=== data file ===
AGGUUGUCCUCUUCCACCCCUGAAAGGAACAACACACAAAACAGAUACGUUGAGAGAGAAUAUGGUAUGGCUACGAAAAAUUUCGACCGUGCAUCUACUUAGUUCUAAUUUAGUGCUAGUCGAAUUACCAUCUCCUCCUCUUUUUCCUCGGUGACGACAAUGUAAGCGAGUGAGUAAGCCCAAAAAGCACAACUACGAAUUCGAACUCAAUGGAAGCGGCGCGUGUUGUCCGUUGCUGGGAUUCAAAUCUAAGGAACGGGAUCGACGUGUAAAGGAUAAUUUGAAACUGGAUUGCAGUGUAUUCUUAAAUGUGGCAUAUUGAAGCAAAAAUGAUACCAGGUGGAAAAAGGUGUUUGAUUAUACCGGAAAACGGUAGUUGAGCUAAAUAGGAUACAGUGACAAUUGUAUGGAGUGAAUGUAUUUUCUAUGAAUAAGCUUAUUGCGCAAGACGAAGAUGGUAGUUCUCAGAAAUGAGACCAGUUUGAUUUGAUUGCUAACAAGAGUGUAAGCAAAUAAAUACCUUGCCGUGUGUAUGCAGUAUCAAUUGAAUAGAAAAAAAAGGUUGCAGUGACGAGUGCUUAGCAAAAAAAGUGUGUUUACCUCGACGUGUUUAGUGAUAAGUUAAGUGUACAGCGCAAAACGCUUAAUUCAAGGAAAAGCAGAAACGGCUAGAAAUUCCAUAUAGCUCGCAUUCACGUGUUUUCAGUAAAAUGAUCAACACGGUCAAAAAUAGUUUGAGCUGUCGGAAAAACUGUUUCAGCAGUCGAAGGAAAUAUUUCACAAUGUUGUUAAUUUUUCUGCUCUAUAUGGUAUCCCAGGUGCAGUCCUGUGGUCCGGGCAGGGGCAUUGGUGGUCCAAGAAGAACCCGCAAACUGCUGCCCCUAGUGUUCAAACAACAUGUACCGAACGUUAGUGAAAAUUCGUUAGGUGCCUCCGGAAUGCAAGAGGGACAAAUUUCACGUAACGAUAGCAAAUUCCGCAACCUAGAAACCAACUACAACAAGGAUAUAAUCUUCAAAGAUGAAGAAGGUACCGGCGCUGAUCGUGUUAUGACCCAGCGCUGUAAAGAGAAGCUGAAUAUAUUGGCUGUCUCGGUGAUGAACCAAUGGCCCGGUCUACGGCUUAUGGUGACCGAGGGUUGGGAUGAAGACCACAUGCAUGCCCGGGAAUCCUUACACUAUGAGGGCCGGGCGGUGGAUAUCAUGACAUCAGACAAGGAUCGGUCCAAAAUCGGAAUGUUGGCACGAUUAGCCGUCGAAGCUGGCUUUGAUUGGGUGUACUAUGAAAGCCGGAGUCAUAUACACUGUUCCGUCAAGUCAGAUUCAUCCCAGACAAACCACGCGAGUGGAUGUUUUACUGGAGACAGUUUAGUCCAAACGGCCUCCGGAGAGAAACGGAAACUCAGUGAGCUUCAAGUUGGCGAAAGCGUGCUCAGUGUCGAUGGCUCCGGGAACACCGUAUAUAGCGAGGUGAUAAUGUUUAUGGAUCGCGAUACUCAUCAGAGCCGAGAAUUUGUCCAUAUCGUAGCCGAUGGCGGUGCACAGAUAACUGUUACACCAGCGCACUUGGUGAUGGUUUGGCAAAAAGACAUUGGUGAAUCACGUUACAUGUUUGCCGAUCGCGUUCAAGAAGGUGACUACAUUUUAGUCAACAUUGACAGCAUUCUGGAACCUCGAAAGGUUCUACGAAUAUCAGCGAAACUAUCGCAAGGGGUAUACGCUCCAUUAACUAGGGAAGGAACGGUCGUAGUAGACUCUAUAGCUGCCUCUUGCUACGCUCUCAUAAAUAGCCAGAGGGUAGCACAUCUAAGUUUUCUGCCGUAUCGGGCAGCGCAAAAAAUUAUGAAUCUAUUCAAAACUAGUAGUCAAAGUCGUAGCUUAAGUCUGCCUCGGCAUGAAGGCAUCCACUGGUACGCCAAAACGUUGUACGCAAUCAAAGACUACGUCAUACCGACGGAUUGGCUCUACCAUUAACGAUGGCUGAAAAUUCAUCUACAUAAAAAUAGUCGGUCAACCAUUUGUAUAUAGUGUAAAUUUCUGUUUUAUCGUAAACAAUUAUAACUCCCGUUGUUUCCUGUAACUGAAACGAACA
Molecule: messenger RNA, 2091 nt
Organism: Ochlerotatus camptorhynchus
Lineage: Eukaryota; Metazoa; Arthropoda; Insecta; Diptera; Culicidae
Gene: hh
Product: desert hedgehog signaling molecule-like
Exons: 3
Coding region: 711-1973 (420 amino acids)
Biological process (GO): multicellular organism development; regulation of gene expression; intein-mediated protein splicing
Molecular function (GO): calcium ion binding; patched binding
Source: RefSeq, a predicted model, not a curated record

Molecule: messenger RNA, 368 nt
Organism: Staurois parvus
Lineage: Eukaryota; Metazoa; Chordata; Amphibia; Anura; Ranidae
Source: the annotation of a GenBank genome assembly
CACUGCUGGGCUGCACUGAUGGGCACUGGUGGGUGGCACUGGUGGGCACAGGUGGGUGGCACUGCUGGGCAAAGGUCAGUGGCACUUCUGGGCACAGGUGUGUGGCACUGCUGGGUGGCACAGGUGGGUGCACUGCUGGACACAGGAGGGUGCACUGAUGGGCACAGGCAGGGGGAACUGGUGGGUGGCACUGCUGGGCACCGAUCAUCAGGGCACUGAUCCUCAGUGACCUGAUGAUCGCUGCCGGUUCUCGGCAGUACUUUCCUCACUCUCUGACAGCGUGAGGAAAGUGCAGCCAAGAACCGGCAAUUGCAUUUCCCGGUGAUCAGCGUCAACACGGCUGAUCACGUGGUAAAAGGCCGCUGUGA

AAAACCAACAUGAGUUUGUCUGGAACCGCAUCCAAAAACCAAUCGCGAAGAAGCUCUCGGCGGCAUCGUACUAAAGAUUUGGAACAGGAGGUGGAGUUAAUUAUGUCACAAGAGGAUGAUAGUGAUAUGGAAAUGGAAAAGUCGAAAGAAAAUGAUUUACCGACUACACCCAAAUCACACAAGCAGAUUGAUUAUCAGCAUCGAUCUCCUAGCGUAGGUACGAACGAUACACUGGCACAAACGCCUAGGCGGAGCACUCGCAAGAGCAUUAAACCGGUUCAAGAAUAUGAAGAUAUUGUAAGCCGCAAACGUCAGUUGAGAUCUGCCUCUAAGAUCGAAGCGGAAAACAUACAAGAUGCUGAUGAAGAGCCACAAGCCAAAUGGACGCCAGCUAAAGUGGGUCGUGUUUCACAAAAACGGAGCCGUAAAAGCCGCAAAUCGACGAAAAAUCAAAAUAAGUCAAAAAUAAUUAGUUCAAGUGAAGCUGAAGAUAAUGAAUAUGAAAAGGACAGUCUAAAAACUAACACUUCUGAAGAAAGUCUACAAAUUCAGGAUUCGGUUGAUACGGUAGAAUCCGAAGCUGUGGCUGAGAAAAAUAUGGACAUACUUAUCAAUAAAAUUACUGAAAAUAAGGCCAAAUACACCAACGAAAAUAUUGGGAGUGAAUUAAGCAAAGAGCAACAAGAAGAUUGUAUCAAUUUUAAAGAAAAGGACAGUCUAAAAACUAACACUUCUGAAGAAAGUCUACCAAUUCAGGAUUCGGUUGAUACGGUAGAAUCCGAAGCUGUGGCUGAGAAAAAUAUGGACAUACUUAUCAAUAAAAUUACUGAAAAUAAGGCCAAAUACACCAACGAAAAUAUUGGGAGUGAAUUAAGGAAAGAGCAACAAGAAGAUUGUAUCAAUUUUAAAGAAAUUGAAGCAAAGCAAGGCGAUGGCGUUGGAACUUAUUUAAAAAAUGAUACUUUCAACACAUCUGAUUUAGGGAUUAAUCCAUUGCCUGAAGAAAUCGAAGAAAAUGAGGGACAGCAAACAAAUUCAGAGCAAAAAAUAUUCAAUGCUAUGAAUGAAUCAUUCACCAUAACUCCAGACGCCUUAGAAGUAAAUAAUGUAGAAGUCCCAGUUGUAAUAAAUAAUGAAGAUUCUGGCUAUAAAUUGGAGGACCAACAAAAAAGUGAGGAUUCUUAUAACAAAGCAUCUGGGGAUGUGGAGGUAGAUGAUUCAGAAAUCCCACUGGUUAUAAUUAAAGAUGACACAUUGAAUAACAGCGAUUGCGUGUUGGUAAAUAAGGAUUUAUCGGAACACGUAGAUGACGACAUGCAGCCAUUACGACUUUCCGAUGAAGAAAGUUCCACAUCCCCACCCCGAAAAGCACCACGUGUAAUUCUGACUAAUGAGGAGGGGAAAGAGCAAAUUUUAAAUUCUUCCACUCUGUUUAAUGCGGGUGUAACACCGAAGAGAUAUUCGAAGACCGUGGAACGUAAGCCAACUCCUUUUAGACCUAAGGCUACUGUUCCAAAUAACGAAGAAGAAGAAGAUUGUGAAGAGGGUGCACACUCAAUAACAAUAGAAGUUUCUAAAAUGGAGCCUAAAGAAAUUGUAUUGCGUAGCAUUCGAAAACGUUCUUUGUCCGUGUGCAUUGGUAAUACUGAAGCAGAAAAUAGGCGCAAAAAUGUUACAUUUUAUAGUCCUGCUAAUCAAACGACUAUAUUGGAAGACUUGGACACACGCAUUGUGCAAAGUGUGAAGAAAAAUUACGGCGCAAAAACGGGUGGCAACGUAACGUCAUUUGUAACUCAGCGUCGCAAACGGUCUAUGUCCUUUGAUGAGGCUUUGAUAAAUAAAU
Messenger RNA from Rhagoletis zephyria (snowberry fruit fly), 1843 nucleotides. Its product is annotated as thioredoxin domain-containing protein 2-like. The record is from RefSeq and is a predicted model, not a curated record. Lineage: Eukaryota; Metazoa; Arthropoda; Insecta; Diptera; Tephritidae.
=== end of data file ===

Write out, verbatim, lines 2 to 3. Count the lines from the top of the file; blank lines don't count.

Molecule: messenger RNA, 2091 nt
Organism: Ochlerotatus camptorhynchus